TWiV 494: Ebola Makona is the opposite of hakuna matata

Vincent, Kathy, and Alan review the ongoing outbreak of Ebola virus in the Democratic Republic of the Congo, and the finding that mutations identified in the 2015 West African epidemic do not alter pathogenesis in animals.

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TWiEVO 31: Virus archaeology, or when the human genome is the junk

Nels and Vincent present ancient hepatitis B virus genome sequences from Bronze Age to Medieval period human remains.

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Humpback whale respiratory virome

How difficult would it be to study the virome of living whales? You might think that sampling would be the hard part, but not if you used a drone.

A drone was used to collect the breath (‘blow’) from 19 humpback whales near Sydney, Australia. The video below show how a sampling chamber carried by a drone was used for this process.

RNA was extracted from the collected samples and subjected to high-throughput sequencing. The results revealed a variety of both DNA and RNA virus sequences that can be placed into 42 known virus families, including 29 containing bacteriophages.

The most abundant eukaryotic virus sequences resembled those of Circoviridae, which are small, ubiquitous, single-stranded DNA containing viruses; the Parvoviridae (with linear, ssDNA genomes), and Tombusviridae (plant viruses with single stranded, positive sense RNA genomes). Other minor viruses include new members of the Picornaviridae and Astroviridae, both with plus strand RNA genomes.

It is difficult to know if these viruses actually infect humpback whales, or if they are simply passengers. For this reason, the authors call their sequences whale-associated.

I love the approach to sampling the whale virome using a drone. But eventually we will have to get up close and personal to determine if any of these sequences are from viruses that actually replicate in whales.

 

TWiV 493: Condit is on drugs and norovirus is lit

The TWiVerati discuss the FDA Advisory Committee deliberation on the anti-poxvirus drug tecovirimat, and immune cells in gut-associated lymphoid tissue as the major target during acute murine norovirus infection.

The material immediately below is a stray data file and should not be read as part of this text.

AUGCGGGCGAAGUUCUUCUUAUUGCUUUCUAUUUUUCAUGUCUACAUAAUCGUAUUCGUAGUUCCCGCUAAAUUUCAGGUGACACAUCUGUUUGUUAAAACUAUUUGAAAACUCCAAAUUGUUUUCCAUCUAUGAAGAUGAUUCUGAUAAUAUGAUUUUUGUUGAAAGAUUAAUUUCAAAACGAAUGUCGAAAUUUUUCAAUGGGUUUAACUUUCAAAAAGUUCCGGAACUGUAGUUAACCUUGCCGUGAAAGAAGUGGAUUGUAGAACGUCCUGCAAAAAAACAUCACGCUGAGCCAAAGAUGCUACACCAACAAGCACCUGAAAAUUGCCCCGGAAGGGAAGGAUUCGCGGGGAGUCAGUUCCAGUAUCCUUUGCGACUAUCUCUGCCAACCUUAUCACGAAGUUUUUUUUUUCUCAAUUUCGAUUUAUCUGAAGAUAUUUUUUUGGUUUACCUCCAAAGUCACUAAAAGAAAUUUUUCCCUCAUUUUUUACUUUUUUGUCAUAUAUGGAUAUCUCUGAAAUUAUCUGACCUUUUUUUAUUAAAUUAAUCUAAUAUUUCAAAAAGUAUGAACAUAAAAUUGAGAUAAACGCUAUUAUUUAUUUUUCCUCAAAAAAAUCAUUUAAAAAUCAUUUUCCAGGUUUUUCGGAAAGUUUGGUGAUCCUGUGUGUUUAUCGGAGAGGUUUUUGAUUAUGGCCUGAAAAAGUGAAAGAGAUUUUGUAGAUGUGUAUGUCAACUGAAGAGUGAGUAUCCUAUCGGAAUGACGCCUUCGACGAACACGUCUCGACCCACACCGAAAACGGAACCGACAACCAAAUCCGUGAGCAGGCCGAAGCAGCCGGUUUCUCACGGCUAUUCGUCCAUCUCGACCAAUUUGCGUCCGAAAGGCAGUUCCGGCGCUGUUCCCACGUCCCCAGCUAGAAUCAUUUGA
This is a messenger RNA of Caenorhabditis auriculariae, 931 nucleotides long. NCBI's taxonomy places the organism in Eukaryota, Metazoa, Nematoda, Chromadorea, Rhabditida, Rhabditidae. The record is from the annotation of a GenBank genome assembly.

Hosts: Vincent Racaniello, Dickson Despommier, Alan DoveRich Condit, and Kathy Spindler

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Ebola virus mutations do not affect pathogenicity

EbolavirusSeveral mutations that arose during the 2013-2016 outbreak of Ebola virus in West Africa were previously found to increase infectivity for human cells. However, a study in two animal models show no effect of these mutations on disease.

Among the many mutations identified among the hundreds of genome sequences obtained during the 2013-2016 Ebola virus epidemic, a change from alanine to valine at position 82 (A82V) that arose early in the outbreak was found to increase infectivity in human cells of HIV particles with the Ebola virus glycoprotein. The authors suggested that this change might have been in part responsible for the extent and severity of the outbreak. [click to continue…]

TWiV 492: CRISPR diagnostics

The Masters of the TWiXome review the development of sensitive, portable, and field-based viral diagnostics using the CRISPR-Cas system.

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Virus-proof cells?

I am very skeptical about the pronouncement this week that a group of scientists plan to engineer cells to resist virus infection.

The initiative is called Genome-Project-write (GP-write) and is composed of an international group of collaborators with the broader goal of designing and assembling a synthetic human genome. The first goal of this consortium, reported in Science (“Genome writing project aims to rally scientists around virus-proofing cells”), Time (“Scientists announce plan to create virus-proof cells”) and many other news sources, is to create human cells that cannot be infected with all known viruses.